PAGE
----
Pages Navigation Menu

Model T Ford - Ireland

Help support this site, sponsored ads

T Thoughts | John Brady

T Thoughts | John Brady

Mick Melia’s Ford Model T Ton Truck

As a child I listened to my father’s childhood stories about Mick Melia’s Ford Truck. Mick was a neighbour who had returned from America, having spent over thirty years there. On his return in 1926 he bought a Ford Model T Ton Truck, and a haulier’s licence. This was an amazing piece of equipment at the time and a huge step forward from the horse and cart.

By all accounts Mick was a colourful character. He came to the attention of the Gardaí on a number of occasions, including driving while under the influence of alcohol. My father had many stories about Mick, including how he would reverse uphill when the truck was low in fuel in order to make it home. It was years later that I learned the wisdom of Mick’s action, when I discovered that a Model T has a gravity feed of petrol to the carburettor.

In the early nineties I bought the remains of a Model T car. This car also had a lot of local history. I went on to fully re-build this car, and of course this reinforced my interest in Ford Model T’s and the Irish Model T club. In 2012 a friend of mine called me. He said ‘I think I found a Model T chassis’. I went to investigate and discovered it was a Ton Truck chassis. He had been demolishing an old shed wall and the chassis had been disassembled and used as reinforcement.

There was also a rear-wheel pullers for a Ton Truck in the wall. Luckily the concrete was of poor quality so the chassis re-emerged without any great force or damage. Now that I had a chassis for a Ton Truck I set out to find the rest of the project. As luck had it, a life time collection of T parts came on the market. I bought most essential parts e.g. back axle and wheels, front axle and wheels etc. I found a drive shaft and tube in England. I already had an engine with a right-hand transmission. I then bought some hard-to-find parts from another Irish collector e.g. back springs and shackles, back brake shoes and a very rare commercial radiator. Having found a steering column and a right hand steering bracket for a Ton Truck I now had most of the mechanical parts, with the exception of two split retaining rings which hold the back tyres on the rims.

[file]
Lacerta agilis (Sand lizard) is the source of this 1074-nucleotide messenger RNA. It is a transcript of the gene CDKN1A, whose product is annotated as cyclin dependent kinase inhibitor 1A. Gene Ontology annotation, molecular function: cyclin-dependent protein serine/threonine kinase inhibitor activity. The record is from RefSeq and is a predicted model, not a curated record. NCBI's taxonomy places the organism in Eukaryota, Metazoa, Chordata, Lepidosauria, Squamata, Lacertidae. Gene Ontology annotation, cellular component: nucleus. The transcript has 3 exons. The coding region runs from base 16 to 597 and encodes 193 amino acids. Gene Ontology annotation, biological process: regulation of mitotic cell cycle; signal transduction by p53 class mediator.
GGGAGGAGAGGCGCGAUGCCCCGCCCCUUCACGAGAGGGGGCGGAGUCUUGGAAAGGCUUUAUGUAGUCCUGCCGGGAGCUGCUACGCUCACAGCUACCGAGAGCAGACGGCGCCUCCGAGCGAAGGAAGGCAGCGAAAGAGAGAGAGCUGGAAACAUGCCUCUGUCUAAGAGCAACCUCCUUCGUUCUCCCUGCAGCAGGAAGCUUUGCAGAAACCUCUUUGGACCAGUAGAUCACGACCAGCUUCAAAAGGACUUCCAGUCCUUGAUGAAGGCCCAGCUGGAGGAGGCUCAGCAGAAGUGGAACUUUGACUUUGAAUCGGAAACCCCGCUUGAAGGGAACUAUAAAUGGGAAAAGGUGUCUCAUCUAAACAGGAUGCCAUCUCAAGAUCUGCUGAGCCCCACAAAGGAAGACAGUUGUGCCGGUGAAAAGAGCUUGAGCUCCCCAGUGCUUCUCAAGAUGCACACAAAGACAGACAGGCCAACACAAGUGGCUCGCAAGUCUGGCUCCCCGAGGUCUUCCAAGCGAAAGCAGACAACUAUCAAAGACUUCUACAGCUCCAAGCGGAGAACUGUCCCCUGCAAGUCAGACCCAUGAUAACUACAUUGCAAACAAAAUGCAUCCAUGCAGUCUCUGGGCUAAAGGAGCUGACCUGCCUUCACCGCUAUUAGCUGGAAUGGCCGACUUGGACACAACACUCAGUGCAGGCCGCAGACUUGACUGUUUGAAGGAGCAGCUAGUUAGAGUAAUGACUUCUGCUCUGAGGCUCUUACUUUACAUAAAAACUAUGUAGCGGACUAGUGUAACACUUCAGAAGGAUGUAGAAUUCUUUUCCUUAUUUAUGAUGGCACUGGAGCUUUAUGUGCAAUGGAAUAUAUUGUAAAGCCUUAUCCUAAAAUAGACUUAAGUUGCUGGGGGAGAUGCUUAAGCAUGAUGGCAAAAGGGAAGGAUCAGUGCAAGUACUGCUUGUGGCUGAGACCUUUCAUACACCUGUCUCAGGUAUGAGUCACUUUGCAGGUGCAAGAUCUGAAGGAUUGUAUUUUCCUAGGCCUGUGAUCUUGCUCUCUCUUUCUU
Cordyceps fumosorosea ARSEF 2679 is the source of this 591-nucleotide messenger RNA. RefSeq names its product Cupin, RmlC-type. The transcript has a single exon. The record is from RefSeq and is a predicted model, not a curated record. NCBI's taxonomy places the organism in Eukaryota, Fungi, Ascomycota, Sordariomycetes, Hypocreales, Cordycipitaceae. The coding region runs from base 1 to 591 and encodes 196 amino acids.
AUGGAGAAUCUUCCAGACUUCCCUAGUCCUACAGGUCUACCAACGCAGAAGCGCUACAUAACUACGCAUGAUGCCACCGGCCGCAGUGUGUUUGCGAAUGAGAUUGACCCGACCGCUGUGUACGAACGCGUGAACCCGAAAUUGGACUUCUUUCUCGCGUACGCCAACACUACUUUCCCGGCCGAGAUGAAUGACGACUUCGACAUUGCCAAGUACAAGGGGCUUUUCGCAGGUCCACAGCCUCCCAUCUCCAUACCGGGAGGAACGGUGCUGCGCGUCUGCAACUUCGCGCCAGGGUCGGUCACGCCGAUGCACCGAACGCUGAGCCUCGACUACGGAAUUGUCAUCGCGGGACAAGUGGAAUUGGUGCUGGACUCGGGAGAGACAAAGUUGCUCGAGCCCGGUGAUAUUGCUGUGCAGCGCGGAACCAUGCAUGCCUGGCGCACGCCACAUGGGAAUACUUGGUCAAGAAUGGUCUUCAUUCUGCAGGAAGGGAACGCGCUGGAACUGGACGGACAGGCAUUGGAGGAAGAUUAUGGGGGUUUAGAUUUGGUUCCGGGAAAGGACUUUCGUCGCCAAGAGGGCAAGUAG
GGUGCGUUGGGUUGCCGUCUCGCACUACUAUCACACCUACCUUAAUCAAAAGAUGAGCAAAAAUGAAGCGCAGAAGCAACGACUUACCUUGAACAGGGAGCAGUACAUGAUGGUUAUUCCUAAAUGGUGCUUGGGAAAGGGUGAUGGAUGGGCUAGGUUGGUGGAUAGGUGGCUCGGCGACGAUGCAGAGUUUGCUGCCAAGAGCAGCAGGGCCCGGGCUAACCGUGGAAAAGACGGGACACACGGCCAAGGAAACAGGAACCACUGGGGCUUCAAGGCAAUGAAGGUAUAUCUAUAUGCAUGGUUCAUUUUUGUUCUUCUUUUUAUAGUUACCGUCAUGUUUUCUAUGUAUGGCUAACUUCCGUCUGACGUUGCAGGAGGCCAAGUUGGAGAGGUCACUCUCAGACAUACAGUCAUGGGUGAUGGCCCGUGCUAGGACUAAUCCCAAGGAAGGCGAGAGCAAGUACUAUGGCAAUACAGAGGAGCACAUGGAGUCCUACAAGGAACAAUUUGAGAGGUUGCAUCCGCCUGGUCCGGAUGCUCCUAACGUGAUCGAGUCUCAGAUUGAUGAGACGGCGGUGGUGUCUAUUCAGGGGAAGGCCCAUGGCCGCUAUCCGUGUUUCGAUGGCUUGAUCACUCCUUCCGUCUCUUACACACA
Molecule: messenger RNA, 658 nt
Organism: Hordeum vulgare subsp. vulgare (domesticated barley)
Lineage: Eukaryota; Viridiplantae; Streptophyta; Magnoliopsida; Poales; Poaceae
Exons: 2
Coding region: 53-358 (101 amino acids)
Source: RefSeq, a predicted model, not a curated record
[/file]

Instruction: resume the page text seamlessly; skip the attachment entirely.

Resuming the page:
In 2015, a friend of mine who is a vintage enthusiast spotted a Model T Ton truck cab for sale on the internet. He immediately called me. It transpired it was for sale in Holland. The Dutch man explained that he had bought it in France many years ago. He had bought the complete truck. It had been disassembled and stored on a loft for years. He in turn stored it on his loft for a number of years.

He decided against restoring it and put it up for sale. The man who bought it said he did not want the cab. I purchased the cab and had it transported to Ireland. This brought me close to having the entire jigsaw.

In 2019 my wife Frances and I visited the South Island of New Zealand. While there, I contacted a Model T enthusiast who told me about a factory in Wellington which makes wheel rims for the vintage industry. I visited the factory and discovered they had a full selection of Model T rims in stock, and to my amazement they had new Ton Truck retaining rings in stock. I immediately purchased two and took them home with my souvenirs.

It is now May 2020. All events are cancelled due to Covid-19. What better time to start a restoration? I’ve unearthed the cab from the corner of the shed. I’ve also removed the steel cladding from one side of the cab, in order to assess the condition of the woodwork. All the woodwork will need to be replaced due to woodworm. The woodwork is complete and will make perfect templates. When I rebuild the wood framework, I will then concentrate on the steel cladding.

My next job will be to rebuild the running gear and engine. I look forward to 2021 when all club members will be back driving their cars and I hopefully will be acting out my childhood stories, driving around in my Model T Ton Truck.

JOHN BRADY 15th May 2020

Leave a Comment

Your email address will not be published. Required fields are marked *

This site uses Akismet to reduce spam. Learn how your comment data is processed.

Help support this site, sponsored ads
Help support this site, sponsored ads